Manufactured Landscapes features breathtaking, sobering imagery from photographer Edward Burtynsky, and then endeavors to make a more specific point than the artist himself about what his work means. Burtynsky is largely known for taking shots of construction sites, factories, and industrial graveyards that exist all over the planet. However, whereas Burtynsky claims that the work isn’t designed to express a particular social philosophy, it’s impossible to look at some of his images, and not become overwhelmingly aware of the damage we are doing.

That impression certainly seems to be left on Baichwal, who opens the film with a look at a factory in China, so quietly devastating, you’re never going to look at a monument to capitalism or industry in the same light ever again. Unsettling doesn’t even begin to describe some of the concepts Baichwal explores, all of which use Burtynsky’s photos as the starting point. Baichwal is not as aggressive as some filmmakers are in taking us into the heart of the relationship between supply and demand, technological progress, and what that means to the planet. Even so, with visuals as arresting as the ones she displays in Manufactured Landscapes, she doesn’t need to be.

Other films about the tab our species is eventually going to have to pay for all we do make their point with statistics, theatrics, and blunt shock/horror. Manufactured Landscapes is so much gentler in making us see the world beyond our purchased comforts, and for me that makes for a much more effective film. Both filmmaker and photographer have gone on to collaborate on the 2013 documentary Watermark, but Manufactured Landscapes is far more intriguing, and quite frankly, terrifying.

Dark Star (1974): B+

Dark Star (Image © VCI Entertainment)

Dark Star (Image © VCI Entertainment)

Before you actually watch John Carpenter’s (HalloweenThe FogEscape from New York, and so on) first major film, there are a few thing that you need to keep in mind. You’ll want to remember that this movie cost approximately sixty grand to make. You’ll also want to remember that this movie was clearly designed to be enjoyed with a few choice chemicals in your system.

Carpenter would go on to prove again and again that imagination plus creative methods for implementing said imagination could trump the budget every single time. He proves that here, although Dark Star truly exemplifies the kind of movie that is best enjoyed at midnight. You’ll also want a few friends who are going to appreciate what a strange, strange adventure it is to watchDark Star, whether it’s for the first or tenth time.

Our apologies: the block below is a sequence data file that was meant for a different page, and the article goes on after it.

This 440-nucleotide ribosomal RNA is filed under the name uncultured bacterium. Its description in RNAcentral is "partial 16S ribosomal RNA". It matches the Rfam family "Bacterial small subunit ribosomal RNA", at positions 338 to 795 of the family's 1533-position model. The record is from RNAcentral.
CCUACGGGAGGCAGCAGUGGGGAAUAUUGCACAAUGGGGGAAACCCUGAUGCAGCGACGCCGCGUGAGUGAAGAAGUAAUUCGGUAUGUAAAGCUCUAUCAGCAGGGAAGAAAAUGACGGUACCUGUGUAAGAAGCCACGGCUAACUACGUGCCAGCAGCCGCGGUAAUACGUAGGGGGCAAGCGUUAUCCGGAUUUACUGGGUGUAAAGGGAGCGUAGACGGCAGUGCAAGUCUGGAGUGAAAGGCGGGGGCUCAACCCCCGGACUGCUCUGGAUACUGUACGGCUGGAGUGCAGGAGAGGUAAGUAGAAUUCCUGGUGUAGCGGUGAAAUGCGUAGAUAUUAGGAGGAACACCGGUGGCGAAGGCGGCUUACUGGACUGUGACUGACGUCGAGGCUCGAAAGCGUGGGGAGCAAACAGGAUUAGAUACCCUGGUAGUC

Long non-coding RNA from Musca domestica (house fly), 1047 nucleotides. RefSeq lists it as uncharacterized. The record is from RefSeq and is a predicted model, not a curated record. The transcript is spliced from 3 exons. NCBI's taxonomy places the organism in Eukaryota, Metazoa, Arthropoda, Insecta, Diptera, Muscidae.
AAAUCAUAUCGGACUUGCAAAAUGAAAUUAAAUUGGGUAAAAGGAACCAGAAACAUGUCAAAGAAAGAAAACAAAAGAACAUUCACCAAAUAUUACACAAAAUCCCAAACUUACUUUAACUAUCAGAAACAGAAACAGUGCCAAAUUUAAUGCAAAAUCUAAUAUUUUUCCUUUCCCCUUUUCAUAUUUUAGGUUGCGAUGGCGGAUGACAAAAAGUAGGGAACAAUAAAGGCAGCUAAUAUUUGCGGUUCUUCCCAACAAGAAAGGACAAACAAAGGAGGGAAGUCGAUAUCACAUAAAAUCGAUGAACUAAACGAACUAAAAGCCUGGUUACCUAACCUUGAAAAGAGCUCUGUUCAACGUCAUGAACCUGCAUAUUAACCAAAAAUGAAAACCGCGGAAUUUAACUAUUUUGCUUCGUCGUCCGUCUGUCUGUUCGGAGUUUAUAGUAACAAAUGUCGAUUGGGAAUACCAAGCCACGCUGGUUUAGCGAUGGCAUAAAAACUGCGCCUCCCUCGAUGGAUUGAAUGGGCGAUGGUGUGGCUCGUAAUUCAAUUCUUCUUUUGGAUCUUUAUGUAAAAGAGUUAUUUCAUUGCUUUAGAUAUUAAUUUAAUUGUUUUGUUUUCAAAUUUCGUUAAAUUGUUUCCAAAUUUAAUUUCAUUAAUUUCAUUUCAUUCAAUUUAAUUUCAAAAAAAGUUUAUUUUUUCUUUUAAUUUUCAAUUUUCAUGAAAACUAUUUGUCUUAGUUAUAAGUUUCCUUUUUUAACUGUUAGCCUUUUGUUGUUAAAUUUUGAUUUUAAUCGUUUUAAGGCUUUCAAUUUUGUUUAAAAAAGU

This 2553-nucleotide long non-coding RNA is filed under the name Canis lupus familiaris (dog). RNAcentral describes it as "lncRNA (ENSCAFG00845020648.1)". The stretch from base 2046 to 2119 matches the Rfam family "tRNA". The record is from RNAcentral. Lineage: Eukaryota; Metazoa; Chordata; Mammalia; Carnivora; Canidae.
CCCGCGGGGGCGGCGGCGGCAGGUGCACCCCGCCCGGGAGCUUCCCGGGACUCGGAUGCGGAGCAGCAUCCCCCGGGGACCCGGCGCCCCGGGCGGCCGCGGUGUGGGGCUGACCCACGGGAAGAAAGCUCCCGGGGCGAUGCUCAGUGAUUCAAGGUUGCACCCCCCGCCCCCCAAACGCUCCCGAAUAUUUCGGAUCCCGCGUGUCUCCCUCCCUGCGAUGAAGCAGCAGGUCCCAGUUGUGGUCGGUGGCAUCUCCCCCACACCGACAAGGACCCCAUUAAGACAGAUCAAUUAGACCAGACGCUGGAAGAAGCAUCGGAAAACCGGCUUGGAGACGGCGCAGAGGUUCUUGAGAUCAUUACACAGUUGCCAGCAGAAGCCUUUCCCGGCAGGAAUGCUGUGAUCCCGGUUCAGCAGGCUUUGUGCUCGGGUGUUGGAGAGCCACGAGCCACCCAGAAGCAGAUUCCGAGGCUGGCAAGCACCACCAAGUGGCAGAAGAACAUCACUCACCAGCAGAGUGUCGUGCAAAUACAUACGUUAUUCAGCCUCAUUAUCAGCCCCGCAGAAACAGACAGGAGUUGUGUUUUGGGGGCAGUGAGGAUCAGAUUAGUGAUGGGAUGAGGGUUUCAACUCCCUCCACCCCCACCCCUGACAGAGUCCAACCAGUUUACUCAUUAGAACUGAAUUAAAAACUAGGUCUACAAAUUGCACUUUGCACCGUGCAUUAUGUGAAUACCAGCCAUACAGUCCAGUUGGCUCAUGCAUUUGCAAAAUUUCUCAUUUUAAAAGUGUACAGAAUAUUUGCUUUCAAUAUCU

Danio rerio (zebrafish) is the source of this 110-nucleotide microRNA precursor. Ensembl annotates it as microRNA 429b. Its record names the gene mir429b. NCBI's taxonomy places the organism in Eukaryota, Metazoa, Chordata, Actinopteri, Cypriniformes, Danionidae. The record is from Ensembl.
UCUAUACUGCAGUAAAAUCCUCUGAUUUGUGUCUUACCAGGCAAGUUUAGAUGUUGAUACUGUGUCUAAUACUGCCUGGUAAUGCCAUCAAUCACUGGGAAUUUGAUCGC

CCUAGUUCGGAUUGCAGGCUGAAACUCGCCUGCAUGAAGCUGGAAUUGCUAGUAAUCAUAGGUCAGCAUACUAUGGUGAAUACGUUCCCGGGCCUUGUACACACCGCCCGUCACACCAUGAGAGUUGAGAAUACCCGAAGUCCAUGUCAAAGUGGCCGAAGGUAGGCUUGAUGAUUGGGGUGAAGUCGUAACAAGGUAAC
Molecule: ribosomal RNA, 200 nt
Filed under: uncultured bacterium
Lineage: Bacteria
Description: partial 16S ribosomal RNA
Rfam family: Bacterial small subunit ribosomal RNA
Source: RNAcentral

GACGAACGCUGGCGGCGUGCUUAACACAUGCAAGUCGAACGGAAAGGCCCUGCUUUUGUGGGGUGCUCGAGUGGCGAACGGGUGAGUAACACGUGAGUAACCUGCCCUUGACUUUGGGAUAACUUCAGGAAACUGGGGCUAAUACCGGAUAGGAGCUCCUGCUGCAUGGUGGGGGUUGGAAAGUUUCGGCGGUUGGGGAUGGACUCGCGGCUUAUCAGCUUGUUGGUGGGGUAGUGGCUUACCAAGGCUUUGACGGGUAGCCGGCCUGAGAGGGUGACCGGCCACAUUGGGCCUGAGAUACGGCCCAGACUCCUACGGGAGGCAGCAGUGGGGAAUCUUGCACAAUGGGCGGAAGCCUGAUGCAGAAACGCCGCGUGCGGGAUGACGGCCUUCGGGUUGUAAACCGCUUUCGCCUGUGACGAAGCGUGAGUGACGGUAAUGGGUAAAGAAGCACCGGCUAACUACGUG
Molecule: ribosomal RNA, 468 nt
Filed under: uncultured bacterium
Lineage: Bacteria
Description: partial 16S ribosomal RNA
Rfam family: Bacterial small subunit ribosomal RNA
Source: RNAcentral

Dark Star, which was co-written by Alien writer Dan O’Bannon (who also stars in the film) is pretty freaking silly, as we watch everything fall apart for the scout ship Dark Star. The ship is plagued with gross, completely random misfortune, human stupidity, and the machinations of a cabin fever-riddled, playfully murderous alien. Everything goes to hell very quickly, and it’s remained incredibly entertaining to watch that unfold after all these times. That’s great, but it’s particularly interesting to watch how Carpenter uses the obvious humor and a miniscule budget to create some moments of genuine, though minor suspense.

Big Hero 6 (2014): A-

Disney’s first animated feature film for a Marvel Comics property is one of their best offerings in years. Considering the winning streak the company has had with their Walt Disney Animated Classics over the past decade, that’s difficult for some to believe.

Big Hero 6 got the opportunity to take advantage of great writers, two excellent directors, and a really good voice-acting cast. In other words, it was afforded the usual luxuries for a heavyweight animated film from Disney. However, like any really great animation offering from Disney, Big Hero 6 lends its own energy and charm to the existing library.

It’s easy to be crass about the marketing muscle behind this. It’s also fun for some to imagine how many generous-sized warehouses you’re going to need to fill up with the merchandise these movies set forth. You can think about those things, or you can enjoy the formation of an interesting, diverse superhero team, led by a teenage robotics prodigy, and something that looks like a cross between aMega Man and the Stay-Puft Marshmallow Man. With action sequences as good as anything in a live-action movie, and humor that never gets close to cloying, it’s naturally a lot more fun to do the second thing.

The Drop (2014): B-

James Gandolfini in The Drop, his last film (Image © Fox Searchlight)

James Gandolfini in The Drop, his last film (Image © Fox Searchlight)

Though occasionally tedious, The Drop gets too much good stuff from stars James Gandolfini (in his final film), Tom Hardy, and Noomi Rapace to get all that mad at its slow points. Although The Dropdoesn’t offer anything significantly new to the organized crime genre in its story of an ex-con’s bartending job returning him to the world of underworld theatrics, it is a prime example of a story that is, for the most part, exceptionally well told.

Bullhead director Michaël R. Roskam crafts a film with the kind of grimy atmosphere it needs, and packs the film with just enough moments of high interest, but it all goes back to that cast. In particular, Gandolfini is a frightening figure, drawing on a kind of vicious criminal that is nothing like Tony Soprano. Although it’s easy to think it’s just Gandolfini playing an abusive, arrogant bully, he plays bar owner Marv like someone who may have worked for Tony at one point, but was just a little too mad dog for the job. It emphasizes what we lost in a great actor when Gandolfini passed away in 2013, and it does so in the most depressing-yet-satisfying way.

Hardy and Rapace are fine, but Gandolfini’s final show belongs to Gandolfini himself. As you enjoy everything else about The Drop, watch a great actor go out on top.